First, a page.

I can hardly wait for tomorrow's strip.
  January 24, 2007 09:09
First comment: 1 April, 2004 431 comments written
I can't decide whether this reminds me more of Monty PythonNow the serpent was more subtle than any beast of the field
which the Lord God had made. And he said unto the woman, Yea,
hath God said, Ye shall not eat of every tree of the garden?
And the woman said unto the serpent, We may eat of the fruit of
the trees of the garden: but of the fruit of the tree which is
in the midst of the garden, God hath said, Ye shall not eat of
it, neither shall ye touch it, lest ye die. And the serpent
said unto the woman, Ye shall not surely die: for God doth
know that in the day ye eat thereof, then your eyes shall be
opened, and ye shall be as gods, knowing good and evil. And
when the woman saw that the tree was good for food, and that it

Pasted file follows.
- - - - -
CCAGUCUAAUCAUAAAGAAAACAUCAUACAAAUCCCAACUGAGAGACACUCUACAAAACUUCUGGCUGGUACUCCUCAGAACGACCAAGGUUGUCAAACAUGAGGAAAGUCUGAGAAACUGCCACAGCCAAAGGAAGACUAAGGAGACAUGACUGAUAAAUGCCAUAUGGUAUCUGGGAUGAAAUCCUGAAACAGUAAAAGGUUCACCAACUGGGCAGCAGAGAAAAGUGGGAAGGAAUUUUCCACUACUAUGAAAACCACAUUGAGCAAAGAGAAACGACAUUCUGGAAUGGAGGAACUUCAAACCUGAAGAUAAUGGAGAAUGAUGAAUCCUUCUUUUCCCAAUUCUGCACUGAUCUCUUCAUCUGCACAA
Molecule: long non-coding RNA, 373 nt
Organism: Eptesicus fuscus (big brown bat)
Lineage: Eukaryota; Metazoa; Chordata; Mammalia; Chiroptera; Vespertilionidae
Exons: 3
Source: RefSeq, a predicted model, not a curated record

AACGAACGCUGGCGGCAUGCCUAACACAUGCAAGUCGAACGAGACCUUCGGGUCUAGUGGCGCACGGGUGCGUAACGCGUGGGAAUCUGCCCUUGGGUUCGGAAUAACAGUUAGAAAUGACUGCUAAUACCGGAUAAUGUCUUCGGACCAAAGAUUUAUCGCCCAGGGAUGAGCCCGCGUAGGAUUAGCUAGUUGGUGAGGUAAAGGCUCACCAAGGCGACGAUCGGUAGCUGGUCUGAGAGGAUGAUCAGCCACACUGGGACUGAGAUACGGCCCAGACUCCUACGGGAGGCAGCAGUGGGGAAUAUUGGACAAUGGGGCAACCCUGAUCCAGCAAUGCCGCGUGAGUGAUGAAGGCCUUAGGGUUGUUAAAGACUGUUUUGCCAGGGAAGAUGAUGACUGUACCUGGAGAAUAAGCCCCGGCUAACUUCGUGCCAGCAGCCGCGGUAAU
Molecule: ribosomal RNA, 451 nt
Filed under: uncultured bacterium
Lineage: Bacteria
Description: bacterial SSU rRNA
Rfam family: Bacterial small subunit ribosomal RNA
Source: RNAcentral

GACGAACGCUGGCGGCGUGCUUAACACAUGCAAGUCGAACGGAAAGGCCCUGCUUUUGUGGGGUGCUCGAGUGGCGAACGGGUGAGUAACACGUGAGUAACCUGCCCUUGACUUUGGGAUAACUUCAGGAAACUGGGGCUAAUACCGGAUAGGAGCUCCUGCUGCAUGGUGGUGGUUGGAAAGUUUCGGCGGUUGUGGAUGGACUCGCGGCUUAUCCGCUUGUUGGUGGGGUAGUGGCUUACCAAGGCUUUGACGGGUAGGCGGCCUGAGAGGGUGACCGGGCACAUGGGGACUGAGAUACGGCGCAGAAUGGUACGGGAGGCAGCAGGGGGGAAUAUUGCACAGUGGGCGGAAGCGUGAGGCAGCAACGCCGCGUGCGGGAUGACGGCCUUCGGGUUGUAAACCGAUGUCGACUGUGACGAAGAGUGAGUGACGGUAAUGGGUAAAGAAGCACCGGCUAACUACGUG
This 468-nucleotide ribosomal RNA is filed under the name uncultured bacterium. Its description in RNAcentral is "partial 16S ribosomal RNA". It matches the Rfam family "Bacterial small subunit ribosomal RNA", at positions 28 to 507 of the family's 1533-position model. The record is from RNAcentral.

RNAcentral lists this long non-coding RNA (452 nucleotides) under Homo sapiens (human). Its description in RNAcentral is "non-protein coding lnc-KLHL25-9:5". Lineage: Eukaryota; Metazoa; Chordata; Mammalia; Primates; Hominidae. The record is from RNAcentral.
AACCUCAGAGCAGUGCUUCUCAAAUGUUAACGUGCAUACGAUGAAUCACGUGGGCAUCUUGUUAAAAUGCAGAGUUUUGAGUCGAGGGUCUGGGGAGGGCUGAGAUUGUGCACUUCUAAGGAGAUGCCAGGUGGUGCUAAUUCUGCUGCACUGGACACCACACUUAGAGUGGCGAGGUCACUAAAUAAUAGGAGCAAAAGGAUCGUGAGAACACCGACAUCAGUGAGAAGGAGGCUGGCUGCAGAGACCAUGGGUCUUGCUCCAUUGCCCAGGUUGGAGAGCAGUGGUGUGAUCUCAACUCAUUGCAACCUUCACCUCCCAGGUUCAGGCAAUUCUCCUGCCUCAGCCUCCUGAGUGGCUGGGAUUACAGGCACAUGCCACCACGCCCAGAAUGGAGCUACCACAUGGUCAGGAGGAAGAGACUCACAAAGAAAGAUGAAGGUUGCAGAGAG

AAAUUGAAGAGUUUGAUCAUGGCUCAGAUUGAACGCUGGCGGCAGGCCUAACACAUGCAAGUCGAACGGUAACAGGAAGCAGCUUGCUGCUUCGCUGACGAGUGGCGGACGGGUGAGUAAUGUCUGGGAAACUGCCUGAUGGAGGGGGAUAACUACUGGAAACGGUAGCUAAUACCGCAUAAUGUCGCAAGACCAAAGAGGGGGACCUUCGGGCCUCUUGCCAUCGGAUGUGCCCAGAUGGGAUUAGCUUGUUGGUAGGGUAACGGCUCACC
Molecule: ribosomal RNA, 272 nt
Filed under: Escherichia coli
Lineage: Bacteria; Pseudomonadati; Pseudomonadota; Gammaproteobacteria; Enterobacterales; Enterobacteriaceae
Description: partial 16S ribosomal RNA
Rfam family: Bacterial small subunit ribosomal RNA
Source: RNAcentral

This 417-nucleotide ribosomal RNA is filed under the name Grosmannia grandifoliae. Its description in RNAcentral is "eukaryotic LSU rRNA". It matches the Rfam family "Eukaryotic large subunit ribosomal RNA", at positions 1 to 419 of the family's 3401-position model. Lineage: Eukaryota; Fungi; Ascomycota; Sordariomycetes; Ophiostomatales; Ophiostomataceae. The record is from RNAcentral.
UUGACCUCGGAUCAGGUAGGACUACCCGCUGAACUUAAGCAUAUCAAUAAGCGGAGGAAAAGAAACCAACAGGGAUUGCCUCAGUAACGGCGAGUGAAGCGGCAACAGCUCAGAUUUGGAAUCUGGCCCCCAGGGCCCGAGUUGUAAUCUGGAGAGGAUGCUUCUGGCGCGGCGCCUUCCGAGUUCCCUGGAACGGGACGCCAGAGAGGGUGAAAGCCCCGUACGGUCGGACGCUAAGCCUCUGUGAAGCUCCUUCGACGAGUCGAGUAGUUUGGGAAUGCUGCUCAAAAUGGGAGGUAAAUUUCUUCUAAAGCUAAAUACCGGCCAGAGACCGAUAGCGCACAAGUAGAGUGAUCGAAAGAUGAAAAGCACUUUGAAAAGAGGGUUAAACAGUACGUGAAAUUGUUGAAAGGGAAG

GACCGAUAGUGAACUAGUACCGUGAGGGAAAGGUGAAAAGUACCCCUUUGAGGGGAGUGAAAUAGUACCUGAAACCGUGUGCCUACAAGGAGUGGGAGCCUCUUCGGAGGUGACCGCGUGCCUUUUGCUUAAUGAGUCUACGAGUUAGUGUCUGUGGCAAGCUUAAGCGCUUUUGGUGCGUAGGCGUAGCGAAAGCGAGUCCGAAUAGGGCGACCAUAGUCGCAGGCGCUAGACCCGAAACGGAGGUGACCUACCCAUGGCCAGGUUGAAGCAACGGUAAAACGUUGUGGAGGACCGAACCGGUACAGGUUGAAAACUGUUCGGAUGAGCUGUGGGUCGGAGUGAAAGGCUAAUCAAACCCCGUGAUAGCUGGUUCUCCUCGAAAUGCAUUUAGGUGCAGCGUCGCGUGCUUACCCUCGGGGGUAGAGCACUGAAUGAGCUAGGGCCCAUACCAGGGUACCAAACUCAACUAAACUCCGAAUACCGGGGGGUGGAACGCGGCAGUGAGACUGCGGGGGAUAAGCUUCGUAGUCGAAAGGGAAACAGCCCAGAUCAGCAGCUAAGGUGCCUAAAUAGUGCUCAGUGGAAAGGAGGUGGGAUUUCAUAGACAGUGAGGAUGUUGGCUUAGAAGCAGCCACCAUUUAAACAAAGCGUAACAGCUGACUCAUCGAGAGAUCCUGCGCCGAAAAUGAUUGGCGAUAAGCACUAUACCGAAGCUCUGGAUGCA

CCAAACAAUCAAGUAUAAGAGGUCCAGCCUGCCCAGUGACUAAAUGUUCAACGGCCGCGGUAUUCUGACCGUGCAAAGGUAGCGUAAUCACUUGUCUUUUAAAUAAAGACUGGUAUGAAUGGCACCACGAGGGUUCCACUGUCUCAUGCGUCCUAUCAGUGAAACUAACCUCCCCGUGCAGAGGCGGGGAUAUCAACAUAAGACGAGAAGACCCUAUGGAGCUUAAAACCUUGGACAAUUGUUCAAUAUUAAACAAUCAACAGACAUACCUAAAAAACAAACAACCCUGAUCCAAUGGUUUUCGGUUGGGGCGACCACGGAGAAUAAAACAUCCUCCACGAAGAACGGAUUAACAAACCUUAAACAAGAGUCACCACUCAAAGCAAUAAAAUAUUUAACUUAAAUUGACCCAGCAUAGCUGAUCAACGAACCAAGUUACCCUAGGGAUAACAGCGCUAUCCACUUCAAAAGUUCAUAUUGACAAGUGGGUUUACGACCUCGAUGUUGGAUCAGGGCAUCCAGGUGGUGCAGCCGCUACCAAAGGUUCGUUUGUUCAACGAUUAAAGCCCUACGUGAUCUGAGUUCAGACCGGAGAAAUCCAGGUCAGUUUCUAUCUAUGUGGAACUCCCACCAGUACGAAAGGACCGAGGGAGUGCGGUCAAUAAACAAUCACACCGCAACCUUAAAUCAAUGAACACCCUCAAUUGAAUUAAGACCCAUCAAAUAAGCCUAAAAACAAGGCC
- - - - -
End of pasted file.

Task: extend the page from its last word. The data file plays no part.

was pleasant to the eyes, and a tree to be desired to make one
wise, she took of the fruit thereof, and did eat, and gave also
unto her husband with her; and he did eat.

And the Lord God said unto the woman, What is this that thou
hast done? And the woman said, The serpent beguiled me, and I
did eat. And the Lord God said unto the serpent, Because thou
hast done this, thou art cursed above all cattle, and above
every beast of the field; upon thy belly shalt thou go, and
dust shalt thou eat all the days of thy life: And I will put
enmity between thee and the woman, and between thy seed and her
seed; it shall bruise thy head, and thou shalt bruise his heel.
        [ Genesis 3:1-6,13-15 ]

Copyright (c) 1994, 1995, 1996 by the NetHack Development Team
Copyright (c) 1994 by Boudewijn Wayers
NetHack may be freely redistributed. See license for details.
or DragonIn the West the dragon was the natural enemy of man. Although
preferring to live in bleak and desolate regions, whenever it